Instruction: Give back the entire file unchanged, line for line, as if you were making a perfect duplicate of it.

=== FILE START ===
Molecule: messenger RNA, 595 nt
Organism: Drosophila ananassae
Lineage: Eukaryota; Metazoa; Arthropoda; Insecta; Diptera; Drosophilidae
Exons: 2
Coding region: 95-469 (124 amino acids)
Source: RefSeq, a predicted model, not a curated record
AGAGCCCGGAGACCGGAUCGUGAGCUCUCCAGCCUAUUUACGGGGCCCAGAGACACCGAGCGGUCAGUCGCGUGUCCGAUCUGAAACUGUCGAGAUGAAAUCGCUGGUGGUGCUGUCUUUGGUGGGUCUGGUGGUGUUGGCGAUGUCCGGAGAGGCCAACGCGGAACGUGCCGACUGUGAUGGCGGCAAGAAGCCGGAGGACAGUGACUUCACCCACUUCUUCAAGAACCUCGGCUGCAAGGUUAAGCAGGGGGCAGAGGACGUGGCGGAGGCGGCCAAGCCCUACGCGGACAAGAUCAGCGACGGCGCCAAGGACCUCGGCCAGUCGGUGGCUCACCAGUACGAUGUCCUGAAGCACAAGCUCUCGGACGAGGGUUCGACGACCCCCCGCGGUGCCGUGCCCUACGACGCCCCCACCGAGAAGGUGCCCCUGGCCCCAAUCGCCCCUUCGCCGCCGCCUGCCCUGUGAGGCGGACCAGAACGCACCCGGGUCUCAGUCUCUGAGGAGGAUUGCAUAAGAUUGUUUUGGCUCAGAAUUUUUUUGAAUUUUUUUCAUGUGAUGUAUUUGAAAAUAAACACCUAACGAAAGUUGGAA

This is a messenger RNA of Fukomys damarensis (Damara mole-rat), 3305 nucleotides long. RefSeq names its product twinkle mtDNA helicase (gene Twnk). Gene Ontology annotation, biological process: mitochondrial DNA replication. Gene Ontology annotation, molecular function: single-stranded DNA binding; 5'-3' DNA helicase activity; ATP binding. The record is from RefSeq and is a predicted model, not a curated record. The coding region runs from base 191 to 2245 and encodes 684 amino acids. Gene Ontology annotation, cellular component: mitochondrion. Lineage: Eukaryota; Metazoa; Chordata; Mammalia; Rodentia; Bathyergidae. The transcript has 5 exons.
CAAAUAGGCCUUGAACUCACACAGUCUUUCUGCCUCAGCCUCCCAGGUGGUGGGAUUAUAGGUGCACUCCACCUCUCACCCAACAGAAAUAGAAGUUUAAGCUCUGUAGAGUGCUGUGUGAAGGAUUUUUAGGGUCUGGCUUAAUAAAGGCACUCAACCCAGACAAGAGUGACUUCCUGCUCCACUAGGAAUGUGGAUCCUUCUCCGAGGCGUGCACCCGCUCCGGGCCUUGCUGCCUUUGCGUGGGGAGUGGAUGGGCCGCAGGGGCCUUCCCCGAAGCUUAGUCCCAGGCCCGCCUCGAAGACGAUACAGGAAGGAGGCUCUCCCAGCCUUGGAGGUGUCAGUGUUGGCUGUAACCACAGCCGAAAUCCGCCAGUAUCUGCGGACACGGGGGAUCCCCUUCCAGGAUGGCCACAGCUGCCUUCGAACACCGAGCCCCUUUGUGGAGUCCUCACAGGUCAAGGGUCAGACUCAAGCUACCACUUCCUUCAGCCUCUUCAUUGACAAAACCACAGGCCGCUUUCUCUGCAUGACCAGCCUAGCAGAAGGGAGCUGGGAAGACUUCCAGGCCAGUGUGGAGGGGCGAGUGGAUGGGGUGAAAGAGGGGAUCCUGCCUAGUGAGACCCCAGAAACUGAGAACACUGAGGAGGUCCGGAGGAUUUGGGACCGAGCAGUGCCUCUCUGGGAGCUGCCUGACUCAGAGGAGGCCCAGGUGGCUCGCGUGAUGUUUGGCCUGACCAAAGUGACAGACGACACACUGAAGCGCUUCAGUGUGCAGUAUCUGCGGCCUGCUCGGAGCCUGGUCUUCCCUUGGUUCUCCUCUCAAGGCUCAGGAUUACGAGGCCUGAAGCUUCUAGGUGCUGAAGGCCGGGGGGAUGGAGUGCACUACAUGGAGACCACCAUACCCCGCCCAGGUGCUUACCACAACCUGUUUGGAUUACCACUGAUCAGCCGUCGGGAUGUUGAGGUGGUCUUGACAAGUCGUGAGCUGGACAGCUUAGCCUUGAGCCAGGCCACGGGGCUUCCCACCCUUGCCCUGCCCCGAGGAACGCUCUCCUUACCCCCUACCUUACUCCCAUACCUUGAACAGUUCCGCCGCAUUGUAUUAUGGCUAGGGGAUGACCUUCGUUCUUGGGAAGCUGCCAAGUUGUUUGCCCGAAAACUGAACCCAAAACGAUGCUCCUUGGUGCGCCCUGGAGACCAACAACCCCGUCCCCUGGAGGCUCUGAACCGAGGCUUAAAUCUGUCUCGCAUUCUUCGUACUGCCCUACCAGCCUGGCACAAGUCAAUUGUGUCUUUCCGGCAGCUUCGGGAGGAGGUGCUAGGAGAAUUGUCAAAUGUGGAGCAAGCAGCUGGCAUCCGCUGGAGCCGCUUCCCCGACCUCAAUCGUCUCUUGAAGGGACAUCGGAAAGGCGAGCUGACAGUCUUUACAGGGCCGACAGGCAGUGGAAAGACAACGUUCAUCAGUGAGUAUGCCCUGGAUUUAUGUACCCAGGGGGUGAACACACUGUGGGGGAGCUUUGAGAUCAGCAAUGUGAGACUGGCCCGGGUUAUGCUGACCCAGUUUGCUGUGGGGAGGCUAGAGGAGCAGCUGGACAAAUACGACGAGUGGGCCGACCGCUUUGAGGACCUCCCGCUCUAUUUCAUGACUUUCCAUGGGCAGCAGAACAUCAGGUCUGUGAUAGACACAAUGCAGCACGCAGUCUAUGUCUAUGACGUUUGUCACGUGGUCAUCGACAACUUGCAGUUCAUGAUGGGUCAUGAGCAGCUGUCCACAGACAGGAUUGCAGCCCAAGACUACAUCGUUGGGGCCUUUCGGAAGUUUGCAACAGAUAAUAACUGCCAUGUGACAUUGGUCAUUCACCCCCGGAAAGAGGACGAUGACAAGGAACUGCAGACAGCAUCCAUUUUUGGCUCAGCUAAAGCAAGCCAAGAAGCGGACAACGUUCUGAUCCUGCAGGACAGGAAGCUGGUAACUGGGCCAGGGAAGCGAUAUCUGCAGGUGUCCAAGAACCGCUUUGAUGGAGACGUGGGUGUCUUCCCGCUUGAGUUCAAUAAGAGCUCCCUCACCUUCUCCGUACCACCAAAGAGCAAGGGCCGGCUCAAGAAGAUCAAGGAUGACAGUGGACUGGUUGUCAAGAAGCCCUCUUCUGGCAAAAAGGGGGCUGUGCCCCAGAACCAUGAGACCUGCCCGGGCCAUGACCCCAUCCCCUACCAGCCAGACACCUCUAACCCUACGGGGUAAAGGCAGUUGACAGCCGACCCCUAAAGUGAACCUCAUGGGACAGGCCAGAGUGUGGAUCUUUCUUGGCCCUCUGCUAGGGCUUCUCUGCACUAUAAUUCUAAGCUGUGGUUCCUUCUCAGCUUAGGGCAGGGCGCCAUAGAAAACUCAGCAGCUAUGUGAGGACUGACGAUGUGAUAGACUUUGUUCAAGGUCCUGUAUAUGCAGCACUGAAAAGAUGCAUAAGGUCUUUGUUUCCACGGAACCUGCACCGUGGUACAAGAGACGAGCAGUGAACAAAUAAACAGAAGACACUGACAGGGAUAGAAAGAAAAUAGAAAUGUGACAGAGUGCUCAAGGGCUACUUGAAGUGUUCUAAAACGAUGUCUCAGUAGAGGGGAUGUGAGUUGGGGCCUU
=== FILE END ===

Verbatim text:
Molecule: messenger RNA, 595 nt
Organism: Drosophila ananassae
Lineage: Eukaryota; Metazoa; Arthropoda; Insecta; Diptera; Drosophilidae
Exons: 2
Coding region: 95-469 (124 amino acids)
Source: RefSeq, a predicted model, not a curated record
AGAGCCCGGAGACCGGAUCGUGAGCUCUCCAGCCUAUUUACGGGGCCCAGAGACACCGAGCGGUCAGUCGCGUGUCCGAUCUGAAACUGUCGAGAUGAAAUCGCUGGUGGUGCUGUCUUUGGUGGGUCUGGUGGUGUUGGCGAUGUCCGGAGAGGCCAACGCGGAACGUGCCGACUGUGAUGGCGGCAAGAAGCCGGAGGACAGUGACUUCACCCACUUCUUCAAGAACCUCGGCUGCAAGGUUAAGCAGGGGGCAGAGGACGUGGCGGAGGCGGCCAAGCCCUACGCGGACAAGAUCAGCGACGGCGCCAAGGACCUCGGCCAGUCGGUGGCUCACCAGUACGAUGUCCUGAAGCACAAGCUCUCGGACGAGGGUUCGACGACCCCCCGCGGUGCCGUGCCCUACGACGCCCCCACCGAGAAGGUGCCCCUGGCCCCAAUCGCCCCUUCGCCGCCGCCUGCCCUGUGAGGCGGACCAGAACGCACCCGGGUCUCAGUCUCUGAGGAGGAUUGCAUAAGAUUGUUUUGGCUCAGAAUUUUUUUGAAUUUUUUUCAUGUGAUGUAUUUGAAAAUAAACACCUAACGAAAGUUGGAA

This is a messenger RNA of Fukomys damarensis (Damara mole-rat), 3305 nucleotides long. RefSeq names its product twinkle mtDNA helicase (gene Twnk). Gene Ontology annotation, biological process: mitochondrial DNA replication. Gene Ontology annotation, molecular function: single-stranded DNA binding; 5'-3' DNA helicase activity; ATP binding. The record is from RefSeq and is a predicted model, not a curated record. The coding region runs from base 191 to 2245 and encodes 684 amino acids. Gene Ontology annotation, cellular component: mitochondrion. Lineage: Eukaryota; Metazoa; Chordata; Mammalia; Rodentia; Bathyergidae. The transcript has 5 exons.
CAAAUAGGCCUUGAACUCACACAGUCUUUCUGCCUCAGCCUCCCAGGUGGUGGGAUUAUAGGUGCACUCCACCUCUCACCCAACAGAAAUAGAAGUUUAAGCUCUGUAGAGUGCUGUGUGAAGGAUUUUUAGGGUCUGGCUUAAUAAAGGCACUCAACCCAGACAAGAGUGACUUCCUGCUCCACUAGGAAUGUGGAUCCUUCUCCGAGGCGUGCACCCGCUCCGGGCCUUGCUGCCUUUGCGUGGGGAGUGGAUGGGCCGCAGGGGCCUUCCCCGAAGCUUAGUCCCAGGCCCGCCUCGAAGACGAUACAGGAAGGAGGCUCUCCCAGCCUUGGAGGUGUCAGUGUUGGCUGUAACCACAGCCGAAAUCCGCCAGUAUCUGCGGACACGGGGGAUCCCCUUCCAGGAUGGCCACAGCUGCCUUCGAACACCGAGCCCCUUUGUGGAGUCCUCACAGGUCAAGGGUCAGACUCAAGCUACCACUUCCUUCAGCCUCUUCAUUGACAAAACCACAGGCCGCUUUCUCUGCAUGACCAGCCUAGCAGAAGGGAGCUGGGAAGACUUCCAGGCCAGUGUGGAGGGGCGAGUGGAUGGGGUGAAAGAGGGGAUCCUGCCUAGUGAGACCCCAGAAACUGAGAACACUGAGGAGGUCCGGAGGAUUUGGGACCGAGCAGUGCCUCUCUGGGAGCUGCCUGACUCAGAGGAGGCCCAGGUGGCUCGCGUGAUGUUUGGCCUGACCAAAGUGACAGACGACACACUGAAGCGCUUCAGUGUGCAGUAUCUGCGGCCUGCUCGGAGCCUGGUCUUCCCUUGGUUCUCCUCUCAAGGCUCAGGAUUACGAGGCCUGAAGCUUCUAGGUGCUGAAGGCCGGGGGGAUGGAGUGCACUACAUGGAGACCACCAUACCCCGCCCAGGUGCUUACCACAACCUGUUUGGAUUACCACUGAUCAGCCGUCGGGAUGUUGAGGUGGUCUUGACAAGUCGUGAGCUGGACAGCUUAGCCUUGAGCCAGGCCACGGGGCUUCCCACCCUUGCCCUGCCCCGAGGAACGCUCUCCUUACCCCCUACCUUACUCCCAUACCUUGAACAGUUCCGCCGCAUUGUAUUAUGGCUAGGGGAUGACCUUCGUUCUUGGGAAGCUGCCAAGUUGUUUGCCCGAAAACUGAACCCAAAACGAUGCUCCUUGGUGCGCCCUGGAGACCAACAACCCCGUCCCCUGGAGGCUCUGAACCGAGGCUUAAAUCUGUCUCGCAUUCUUCGUACUGCCCUACCAGCCUGGCACAAGUCAAUUGUGUCUUUCCGGCAGCUUCGGGAGGAGGUGCUAGGAGAAUUGUCAAAUGUGGAGCAAGCAGCUGGCAUCCGCUGGAGCCGCUUCCCCGACCUCAAUCGUCUCUUGAAGGGACAUCGGAAAGGCGAGCUGACAGUCUUUACAGGGCCGACAGGCAGUGGAAAGACAACGUUCAUCAGUGAGUAUGCCCUGGAUUUAUGUACCCAGGGGGUGAACACACUGUGGGGGAGCUUUGAGAUCAGCAAUGUGAGACUGGCCCGGGUUAUGCUGACCCAGUUUGCUGUGGGGAGGCUAGAGGAGCAGCUGGACAAAUACGACGAGUGGGCCGACCGCUUUGAGGACCUCCCGCUCUAUUUCAUGACUUUCCAUGGGCAGCAGAACAUCAGGUCUGUGAUAGACACAAUGCAGCACGCAGUCUAUGUCUAUGACGUUUGUCACGUGGUCAUCGACAACUUGCAGUUCAUGAUGGGUCAUGAGCAGCUGUCCACAGACAGGAUUGCAGCCCAAGACUACAUCGUUGGGGCCUUUCGGAAGUUUGCAACAGAUAAUAACUGCCAUGUGACAUUGGUCAUUCACCCCCGGAAAGAGGACGAUGACAAGGAACUGCAGACAGCAUCCAUUUUUGGCUCAGCUAAAGCAAGCCAAGAAGCGGACAACGUUCUGAUCCUGCAGGACAGGAAGCUGGUAACUGGGCCAGGGAAGCGAUAUCUGCAGGUGUCCAAGAACCGCUUUGAUGGAGACGUGGGUGUCUUCCCGCUUGAGUUCAAUAAGAGCUCCCUCACCUUCUCCGUACCACCAAAGAGCAAGGGCCGGCUCAAGAAGAUCAAGGAUGACAGUGGACUGGUUGUCAAGAAGCCCUCUUCUGGCAAAAAGGGGGCUGUGCCCCAGAACCAUGAGACCUGCCCGGGCCAUGACCCCAUCCCCUACCAGCCAGACACCUCUAACCCUACGGGGUAAAGGCAGUUGACAGCCGACCCCUAAAGUGAACCUCAUGGGACAGGCCAGAGUGUGGAUCUUUCUUGGCCCUCUGCUAGGGCUUCUCUGCACUAUAAUUCUAAGCUGUGGUUCCUUCUCAGCUUAGGGCAGGGCGCCAUAGAAAACUCAGCAGCUAUGUGAGGACUGACGAUGUGAUAGACUUUGUUCAAGGUCCUGUAUAUGCAGCACUGAAAAGAUGCAUAAGGUCUUUGUUUCCACGGAACCUGCACCGUGGUACAAGAGACGAGCAGUGAACAAAUAAACAGAAGACACUGACAGGGAUAGAAAGAAAAUAGAAAUGUGACAGAGUGCUCAAGGGCUACUUGAAGUGUUCUAAAACGAUGUCUCAGUAGAGGGGAUGUGAGUUGGGGCCUU